SSP involves multiple polymerase chain reaction (PCR) amplifications of genomic DNA with primer pairs designed to produce a product only if a given polymorphism is present in the sample. Results are visualized as the presence or absence of a product by gel electrophoresis. Genotypes consistent with the data are deduced by comparing data to expected patterns for all genotype combinations possible from known alleles. In most cases, multiple genotypes are consistent with the data. The resolution of this technique is dependent on the number of initial amplifications; thus, the higher the desired resolution, the more template, amplification reagents, and gels are required. Polymorphisms that are not represented in the test kit, including novel polymorphisms, will be missed by this technique.
SSO involves a single amplification of the locus to be tested, followed by hybridization of the PCR product with a set of oligonucleotide probes corresponding to known polymorphisms. Initial SSO technology involved immobilization of the PCR product, followed by multiple rounds of hybridization with individual labeled probes. Later versions of SSO technology use a single hybridization of the labeled PCR product to a set of oligonucleotide probes immobilized to a solid support, such as a nylon membrane or bead. Advantages of this technology include the single amplification and hybridization to test each locus, allowing genotyping to be performed with a smaller amount of template than what is required for SSP. The level of resolution of the assay is dependent on the number of oligonucleotide probes included. Like SSP, SSO only queries known polymorphisms, so novel polymorphisms will be missed.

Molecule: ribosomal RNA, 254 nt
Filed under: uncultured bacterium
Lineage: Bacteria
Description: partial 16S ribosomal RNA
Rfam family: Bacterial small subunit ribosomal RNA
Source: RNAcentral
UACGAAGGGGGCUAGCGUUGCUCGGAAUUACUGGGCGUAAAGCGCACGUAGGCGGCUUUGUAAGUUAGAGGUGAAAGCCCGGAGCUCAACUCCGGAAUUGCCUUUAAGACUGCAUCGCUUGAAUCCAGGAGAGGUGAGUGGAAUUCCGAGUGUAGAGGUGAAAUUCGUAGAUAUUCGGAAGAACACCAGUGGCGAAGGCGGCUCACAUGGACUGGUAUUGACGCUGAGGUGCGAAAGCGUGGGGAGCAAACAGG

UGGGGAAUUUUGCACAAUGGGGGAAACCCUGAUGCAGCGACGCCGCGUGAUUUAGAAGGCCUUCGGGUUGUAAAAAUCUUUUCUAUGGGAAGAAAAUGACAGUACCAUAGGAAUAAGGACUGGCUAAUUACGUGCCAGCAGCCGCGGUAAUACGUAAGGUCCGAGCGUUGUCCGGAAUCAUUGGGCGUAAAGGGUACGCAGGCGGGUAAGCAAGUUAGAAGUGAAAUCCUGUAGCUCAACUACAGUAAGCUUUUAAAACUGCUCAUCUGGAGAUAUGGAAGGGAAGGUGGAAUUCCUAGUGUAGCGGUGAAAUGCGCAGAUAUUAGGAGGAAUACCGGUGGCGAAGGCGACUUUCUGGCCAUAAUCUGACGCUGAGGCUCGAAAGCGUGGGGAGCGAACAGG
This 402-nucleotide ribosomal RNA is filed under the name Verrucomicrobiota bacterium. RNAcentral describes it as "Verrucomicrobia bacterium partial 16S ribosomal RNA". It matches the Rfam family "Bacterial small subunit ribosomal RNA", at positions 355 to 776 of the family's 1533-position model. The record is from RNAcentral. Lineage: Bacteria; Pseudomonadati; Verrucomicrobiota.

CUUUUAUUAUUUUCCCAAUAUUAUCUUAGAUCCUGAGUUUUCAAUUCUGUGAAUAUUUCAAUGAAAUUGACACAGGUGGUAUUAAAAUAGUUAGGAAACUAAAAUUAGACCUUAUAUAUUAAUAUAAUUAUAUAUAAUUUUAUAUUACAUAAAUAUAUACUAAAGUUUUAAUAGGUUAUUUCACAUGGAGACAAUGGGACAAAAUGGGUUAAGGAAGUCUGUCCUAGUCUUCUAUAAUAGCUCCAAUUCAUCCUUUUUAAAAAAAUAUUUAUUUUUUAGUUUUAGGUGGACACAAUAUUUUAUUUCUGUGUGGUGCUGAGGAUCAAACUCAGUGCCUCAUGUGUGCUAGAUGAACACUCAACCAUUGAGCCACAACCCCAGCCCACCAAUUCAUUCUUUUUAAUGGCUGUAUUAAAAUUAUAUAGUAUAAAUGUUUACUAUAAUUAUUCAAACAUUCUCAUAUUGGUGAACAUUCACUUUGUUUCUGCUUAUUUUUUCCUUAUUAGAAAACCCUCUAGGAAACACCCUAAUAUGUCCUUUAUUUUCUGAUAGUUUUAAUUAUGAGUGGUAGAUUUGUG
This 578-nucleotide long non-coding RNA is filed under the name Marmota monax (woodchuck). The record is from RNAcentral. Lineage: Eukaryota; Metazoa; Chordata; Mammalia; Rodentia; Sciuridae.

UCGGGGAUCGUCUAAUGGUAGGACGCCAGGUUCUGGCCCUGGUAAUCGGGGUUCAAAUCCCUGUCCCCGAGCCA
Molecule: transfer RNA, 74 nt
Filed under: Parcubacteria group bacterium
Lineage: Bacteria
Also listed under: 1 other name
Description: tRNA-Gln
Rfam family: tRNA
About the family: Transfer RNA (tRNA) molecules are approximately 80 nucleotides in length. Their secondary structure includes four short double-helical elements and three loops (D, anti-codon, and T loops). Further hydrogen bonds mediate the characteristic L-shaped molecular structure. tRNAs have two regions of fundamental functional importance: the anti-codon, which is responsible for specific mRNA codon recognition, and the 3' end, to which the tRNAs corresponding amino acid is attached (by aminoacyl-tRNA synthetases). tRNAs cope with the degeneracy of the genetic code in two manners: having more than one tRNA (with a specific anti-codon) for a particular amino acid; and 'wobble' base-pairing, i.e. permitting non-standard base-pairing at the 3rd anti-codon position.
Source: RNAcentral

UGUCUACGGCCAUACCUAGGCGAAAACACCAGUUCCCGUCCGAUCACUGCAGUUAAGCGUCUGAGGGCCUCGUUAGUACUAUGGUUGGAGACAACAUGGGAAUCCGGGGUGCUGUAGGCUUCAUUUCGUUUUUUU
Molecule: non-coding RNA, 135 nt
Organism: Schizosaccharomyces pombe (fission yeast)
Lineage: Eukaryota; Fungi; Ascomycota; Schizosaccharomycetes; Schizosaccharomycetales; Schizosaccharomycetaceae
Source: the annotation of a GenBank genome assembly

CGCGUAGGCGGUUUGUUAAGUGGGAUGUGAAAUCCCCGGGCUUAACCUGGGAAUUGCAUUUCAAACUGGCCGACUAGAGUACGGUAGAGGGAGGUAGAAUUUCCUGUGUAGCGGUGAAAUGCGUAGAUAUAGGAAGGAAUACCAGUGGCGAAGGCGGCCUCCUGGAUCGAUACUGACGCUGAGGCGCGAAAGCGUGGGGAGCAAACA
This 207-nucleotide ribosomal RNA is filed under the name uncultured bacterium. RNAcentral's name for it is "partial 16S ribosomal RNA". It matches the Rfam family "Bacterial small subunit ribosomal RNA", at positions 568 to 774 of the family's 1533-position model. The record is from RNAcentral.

SBT produces higher resolution than either SSP or SSO, because every position of the target sequence is included, rather than just selected polymorphic motifs. SBT also has the advantage of requiring a small amount of template compared with SSP. Until recently, however, the cost of SBT was significantly higher than that of SSP or SSO. Even with SBT, the two alleles in a genotype could not always be distinguished easily.
The most recent development in HLA genotyping technology uses next-generation sequencing (NGS) technology in which hundreds to thousands of sequence reads of polymorphic exons are generated from single molecules. With sequence read lengths long enough to span an exon in an HLA locus, the two sequences originating from two chromosomes in a sample can be determined individually. Thus, the only remaining ambiguity comes from assembling exons in loci with more than one polymorphic exon, or from polymorphisms that lie outside the tested exons. HLA genotyping data generated by NGS provides the highest resolution presently available.
Multiple technologies and varying resolution levels make combining data from different studies quite challenging. The same allele can be given two different designations, depending on the level of resolution used to genotype it. As resolution improves and costs of new technologies decrease, consistency among studies is improving; however, caution must be used when interpreting genotyping data from different studies or different laboratories.